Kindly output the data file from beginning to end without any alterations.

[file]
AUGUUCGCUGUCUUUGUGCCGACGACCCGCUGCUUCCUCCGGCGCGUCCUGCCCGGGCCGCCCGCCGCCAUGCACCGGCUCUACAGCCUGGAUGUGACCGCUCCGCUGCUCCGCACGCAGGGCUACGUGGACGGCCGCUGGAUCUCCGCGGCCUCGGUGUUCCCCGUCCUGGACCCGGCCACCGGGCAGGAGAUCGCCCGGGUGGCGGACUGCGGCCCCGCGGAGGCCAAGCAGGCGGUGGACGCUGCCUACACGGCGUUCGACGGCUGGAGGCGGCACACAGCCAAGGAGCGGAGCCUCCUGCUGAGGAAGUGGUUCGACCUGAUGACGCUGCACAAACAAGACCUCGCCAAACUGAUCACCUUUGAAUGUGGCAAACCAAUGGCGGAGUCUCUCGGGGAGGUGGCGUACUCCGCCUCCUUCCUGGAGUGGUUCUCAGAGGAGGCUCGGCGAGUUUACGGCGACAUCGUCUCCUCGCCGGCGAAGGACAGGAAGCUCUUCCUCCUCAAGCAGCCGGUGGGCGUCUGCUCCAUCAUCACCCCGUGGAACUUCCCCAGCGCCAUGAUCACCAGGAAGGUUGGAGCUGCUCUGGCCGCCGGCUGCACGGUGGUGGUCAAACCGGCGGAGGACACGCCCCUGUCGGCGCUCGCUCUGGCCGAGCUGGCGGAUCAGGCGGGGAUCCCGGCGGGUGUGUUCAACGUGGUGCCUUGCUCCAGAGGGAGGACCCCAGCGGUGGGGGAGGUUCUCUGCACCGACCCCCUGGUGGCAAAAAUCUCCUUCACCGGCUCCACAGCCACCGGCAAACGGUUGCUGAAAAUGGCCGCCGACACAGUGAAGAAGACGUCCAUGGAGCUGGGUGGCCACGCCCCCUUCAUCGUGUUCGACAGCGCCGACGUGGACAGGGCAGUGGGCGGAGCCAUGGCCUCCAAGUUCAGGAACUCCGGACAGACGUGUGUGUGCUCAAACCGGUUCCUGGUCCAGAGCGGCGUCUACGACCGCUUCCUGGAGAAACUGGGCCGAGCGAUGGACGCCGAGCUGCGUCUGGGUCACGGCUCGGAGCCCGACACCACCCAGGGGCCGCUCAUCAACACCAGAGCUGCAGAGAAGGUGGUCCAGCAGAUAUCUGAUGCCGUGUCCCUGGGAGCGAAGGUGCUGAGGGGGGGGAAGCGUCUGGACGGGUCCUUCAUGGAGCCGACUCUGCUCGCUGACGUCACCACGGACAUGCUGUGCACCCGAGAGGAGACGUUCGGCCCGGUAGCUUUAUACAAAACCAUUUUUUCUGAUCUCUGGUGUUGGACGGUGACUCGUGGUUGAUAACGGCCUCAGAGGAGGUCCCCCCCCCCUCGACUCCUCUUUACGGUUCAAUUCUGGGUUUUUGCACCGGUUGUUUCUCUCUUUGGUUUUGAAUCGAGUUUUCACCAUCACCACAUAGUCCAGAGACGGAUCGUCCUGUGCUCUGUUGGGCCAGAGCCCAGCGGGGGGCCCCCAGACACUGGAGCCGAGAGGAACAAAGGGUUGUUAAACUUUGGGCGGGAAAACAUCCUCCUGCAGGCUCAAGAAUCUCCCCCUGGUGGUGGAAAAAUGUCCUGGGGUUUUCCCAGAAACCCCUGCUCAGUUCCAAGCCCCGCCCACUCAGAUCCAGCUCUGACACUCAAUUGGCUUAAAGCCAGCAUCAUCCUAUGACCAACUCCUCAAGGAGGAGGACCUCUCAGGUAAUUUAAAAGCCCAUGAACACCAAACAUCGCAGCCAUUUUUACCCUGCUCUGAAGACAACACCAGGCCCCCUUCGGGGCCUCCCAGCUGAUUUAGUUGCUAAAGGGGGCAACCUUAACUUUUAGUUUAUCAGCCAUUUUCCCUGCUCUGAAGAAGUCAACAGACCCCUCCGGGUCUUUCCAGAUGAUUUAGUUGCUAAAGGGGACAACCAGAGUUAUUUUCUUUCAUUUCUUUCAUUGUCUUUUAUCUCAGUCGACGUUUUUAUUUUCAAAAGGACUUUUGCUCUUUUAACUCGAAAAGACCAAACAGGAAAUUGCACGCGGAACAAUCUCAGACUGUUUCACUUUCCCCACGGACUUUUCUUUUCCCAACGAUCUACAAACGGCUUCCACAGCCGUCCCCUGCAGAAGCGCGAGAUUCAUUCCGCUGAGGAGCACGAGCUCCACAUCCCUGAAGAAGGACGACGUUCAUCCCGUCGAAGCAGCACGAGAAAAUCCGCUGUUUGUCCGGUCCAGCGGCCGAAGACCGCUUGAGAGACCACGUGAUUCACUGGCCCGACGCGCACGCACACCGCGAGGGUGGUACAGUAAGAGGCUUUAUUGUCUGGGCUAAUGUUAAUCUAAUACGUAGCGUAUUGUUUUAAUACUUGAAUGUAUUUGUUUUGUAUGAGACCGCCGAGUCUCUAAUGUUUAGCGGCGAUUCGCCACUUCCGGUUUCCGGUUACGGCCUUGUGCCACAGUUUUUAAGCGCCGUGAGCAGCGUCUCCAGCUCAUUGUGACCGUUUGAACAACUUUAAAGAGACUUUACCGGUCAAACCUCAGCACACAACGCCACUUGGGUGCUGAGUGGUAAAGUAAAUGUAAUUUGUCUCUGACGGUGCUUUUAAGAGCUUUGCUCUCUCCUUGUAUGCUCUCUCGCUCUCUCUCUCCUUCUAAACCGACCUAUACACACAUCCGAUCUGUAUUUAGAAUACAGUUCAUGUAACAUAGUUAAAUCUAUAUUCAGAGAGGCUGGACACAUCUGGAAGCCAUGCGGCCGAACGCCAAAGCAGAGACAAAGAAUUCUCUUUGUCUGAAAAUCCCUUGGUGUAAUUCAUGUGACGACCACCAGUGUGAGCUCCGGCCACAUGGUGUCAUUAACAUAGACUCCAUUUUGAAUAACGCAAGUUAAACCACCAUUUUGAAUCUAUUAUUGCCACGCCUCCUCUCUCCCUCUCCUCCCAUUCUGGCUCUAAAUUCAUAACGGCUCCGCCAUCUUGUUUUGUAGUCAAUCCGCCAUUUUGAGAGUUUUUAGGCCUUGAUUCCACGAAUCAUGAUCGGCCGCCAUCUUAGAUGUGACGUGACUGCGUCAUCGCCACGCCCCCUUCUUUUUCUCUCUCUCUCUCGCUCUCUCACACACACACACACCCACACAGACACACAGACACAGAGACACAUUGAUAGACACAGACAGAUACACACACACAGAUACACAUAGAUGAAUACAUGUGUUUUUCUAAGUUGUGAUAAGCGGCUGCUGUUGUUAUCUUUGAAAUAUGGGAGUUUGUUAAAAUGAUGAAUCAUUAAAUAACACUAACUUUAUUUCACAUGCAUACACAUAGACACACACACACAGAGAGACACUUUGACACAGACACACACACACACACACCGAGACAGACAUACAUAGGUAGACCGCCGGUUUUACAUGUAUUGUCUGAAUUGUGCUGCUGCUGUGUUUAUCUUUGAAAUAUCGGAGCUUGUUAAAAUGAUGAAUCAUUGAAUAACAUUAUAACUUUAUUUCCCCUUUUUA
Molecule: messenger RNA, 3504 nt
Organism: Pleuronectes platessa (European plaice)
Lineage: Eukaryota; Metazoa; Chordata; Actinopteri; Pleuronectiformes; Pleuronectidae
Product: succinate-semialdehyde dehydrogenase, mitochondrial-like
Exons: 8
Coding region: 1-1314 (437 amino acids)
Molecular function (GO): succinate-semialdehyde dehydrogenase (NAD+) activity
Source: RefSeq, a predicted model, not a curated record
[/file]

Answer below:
AUGUUCGCUGUCUUUGUGCCGACGACCCGCUGCUUCCUCCGGCGCGUCCUGCCCGGGCCGCCCGCCGCCAUGCACCGGCUCUACAGCCUGGAUGUGACCGCUCCGCUGCUCCGCACGCAGGGCUACGUGGACGGCCGCUGGAUCUCCGCGGCCUCGGUGUUCCCCGUCCUGGACCCGGCCACCGGGCAGGAGAUCGCCCGGGUGGCGGACUGCGGCCCCGCGGAGGCCAAGCAGGCGGUGGACGCUGCCUACACGGCGUUCGACGGCUGGAGGCGGCACACAGCCAAGGAGCGGAGCCUCCUGCUGAGGAAGUGGUUCGACCUGAUGACGCUGCACAAACAAGACCUCGCCAAACUGAUCACCUUUGAAUGUGGCAAACCAAUGGCGGAGUCUCUCGGGGAGGUGGCGUACUCCGCCUCCUUCCUGGAGUGGUUCUCAGAGGAGGCUCGGCGAGUUUACGGCGACAUCGUCUCCUCGCCGGCGAAGGACAGGAAGCUCUUCCUCCUCAAGCAGCCGGUGGGCGUCUGCUCCAUCAUCACCCCGUGGAACUUCCCCAGCGCCAUGAUCACCAGGAAGGUUGGAGCUGCUCUGGCCGCCGGCUGCACGGUGGUGGUCAAACCGGCGGAGGACACGCCCCUGUCGGCGCUCGCUCUGGCCGAGCUGGCGGAUCAGGCGGGGAUCCCGGCGGGUGUGUUCAACGUGGUGCCUUGCUCCAGAGGGAGGACCCCAGCGGUGGGGGAGGUUCUCUGCACCGACCCCCUGGUGGCAAAAAUCUCCUUCACCGGCUCCACAGCCACCGGCAAACGGUUGCUGAAAAUGGCCGCCGACACAGUGAAGAAGACGUCCAUGGAGCUGGGUGGCCACGCCCCCUUCAUCGUGUUCGACAGCGCCGACGUGGACAGGGCAGUGGGCGGAGCCAUGGCCUCCAAGUUCAGGAACUCCGGACAGACGUGUGUGUGCUCAAACCGGUUCCUGGUCCAGAGCGGCGUCUACGACCGCUUCCUGGAGAAACUGGGCCGAGCGAUGGACGCCGAGCUGCGUCUGGGUCACGGCUCGGAGCCCGACACCACCCAGGGGCCGCUCAUCAACACCAGAGCUGCAGAGAAGGUGGUCCAGCAGAUAUCUGAUGCCGUGUCCCUGGGAGCGAAGGUGCUGAGGGGGGGGAAGCGUCUGGACGGGUCCUUCAUGGAGCCGACUCUGCUCGCUGACGUCACCACGGACAUGCUGUGCACCCGAGAGGAGACGUUCGGCCCGGUAGCUUUAUACAAAACCAUUUUUUCUGAUCUCUGGUGUUGGACGGUGACUCGUGGUUGAUAACGGCCUCAGAGGAGGUCCCCCCCCCCUCGACUCCUCUUUACGGUUCAAUUCUGGGUUUUUGCACCGGUUGUUUCUCUCUUUGGUUUUGAAUCGAGUUUUCACCAUCACCACAUAGUCCAGAGACGGAUCGUCCUGUGCUCUGUUGGGCCAGAGCCCAGCGGGGGGCCCCCAGACACUGGAGCCGAGAGGAACAAAGGGUUGUUAAACUUUGGGCGGGAAAACAUCCUCCUGCAGGCUCAAGAAUCUCCCCCUGGUGGUGGAAAAAUGUCCUGGGGUUUUCCCAGAAACCCCUGCUCAGUUCCAAGCCCCGCCCACUCAGAUCCAGCUCUGACACUCAAUUGGCUUAAAGCCAGCAUCAUCCUAUGACCAACUCCUCAAGGAGGAGGACCUCUCAGGUAAUUUAAAAGCCCAUGAACACCAAACAUCGCAGCCAUUUUUACCCUGCUCUGAAGACAACACCAGGCCCCCUUCGGGGCCUCCCAGCUGAUUUAGUUGCUAAAGGGGGCAACCUUAACUUUUAGUUUAUCAGCCAUUUUCCCUGCUCUGAAGAAGUCAACAGACCCCUCCGGGUCUUUCCAGAUGAUUUAGUUGCUAAAGGGGACAACCAGAGUUAUUUUCUUUCAUUUCUUUCAUUGUCUUUUAUCUCAGUCGACGUUUUUAUUUUCAAAAGGACUUUUGCUCUUUUAACUCGAAAAGACCAAACAGGAAAUUGCACGCGGAACAAUCUCAGACUGUUUCACUUUCCCCACGGACUUUUCUUUUCCCAACGAUCUACAAACGGCUUCCACAGCCGUCCCCUGCAGAAGCGCGAGAUUCAUUCCGCUGAGGAGCACGAGCUCCACAUCCCUGAAGAAGGACGACGUUCAUCCCGUCGAAGCAGCACGAGAAAAUCCGCUGUUUGUCCGGUCCAGCGGCCGAAGACCGCUUGAGAGACCACGUGAUUCACUGGCCCGACGCGCACGCACACCGCGAGGGUGGUACAGUAAGAGGCUUUAUUGUCUGGGCUAAUGUUAAUCUAAUACGUAGCGUAUUGUUUUAAUACUUGAAUGUAUUUGUUUUGUAUGAGACCGCCGAGUCUCUAAUGUUUAGCGGCGAUUCGCCACUUCCGGUUUCCGGUUACGGCCUUGUGCCACAGUUUUUAAGCGCCGUGAGCAGCGUCUCCAGCUCAUUGUGACCGUUUGAACAACUUUAAAGAGACUUUACCGGUCAAACCUCAGCACACAACGCCACUUGGGUGCUGAGUGGUAAAGUAAAUGUAAUUUGUCUCUGACGGUGCUUUUAAGAGCUUUGCUCUCUCCUUGUAUGCUCUCUCGCUCUCUCUCUCCUUCUAAACCGACCUAUACACACAUCCGAUCUGUAUUUAGAAUACAGUUCAUGUAACAUAGUUAAAUCUAUAUUCAGAGAGGCUGGACACAUCUGGAAGCCAUGCGGCCGAACGCCAAAGCAGAGACAAAGAAUUCUCUUUGUCUGAAAAUCCCUUGGUGUAAUUCAUGUGACGACCACCAGUGUGAGCUCCGGCCACAUGGUGUCAUUAACAUAGACUCCAUUUUGAAUAACGCAAGUUAAACCACCAUUUUGAAUCUAUUAUUGCCACGCCUCCUCUCUCCCUCUCCUCCCAUUCUGGCUCUAAAUUCAUAACGGCUCCGCCAUCUUGUUUUGUAGUCAAUCCGCCAUUUUGAGAGUUUUUAGGCCUUGAUUCCACGAAUCAUGAUCGGCCGCCAUCUUAGAUGUGACGUGACUGCGUCAUCGCCACGCCCCCUUCUUUUUCUCUCUCUCUCUCGCUCUCUCACACACACACACACCCACACAGACACACAGACACAGAGACACAUUGAUAGACACAGACAGAUACACACACACAGAUACACAUAGAUGAAUACAUGUGUUUUUCUAAGUUGUGAUAAGCGGCUGCUGUUGUUAUCUUUGAAAUAUGGGAGUUUGUUAAAAUGAUGAAUCAUUAAAUAACACUAACUUUAUUUCACAUGCAUACACAUAGACACACACACACAGAGAGACACUUUGACACAGACACACACACACACACACCGAGACAGACAUACAUAGGUAGACCGCCGGUUUUACAUGUAUUGUCUGAAUUGUGCUGCUGCUGUGUUUAUCUUUGAAAUAUCGGAGCUUGUUAAAAUGAUGAAUCAUUGAAUAACAUUAUAACUUUAUUUCCCCUUUUUA
Molecule: messenger RNA, 3504 nt
Organism: Pleuronectes platessa (European plaice)
Lineage: Eukaryota; Metazoa; Chordata; Actinopteri; Pleuronectiformes; Pleuronectidae
Product: succinate-semialdehyde dehydrogenase, mitochondrial-like
Exons: 8
Coding region: 1-1314 (437 amino acids)
Molecular function (GO): succinate-semialdehyde dehydrogenase (NAD+) activity
Source: RefSeq, a predicted model, not a curated record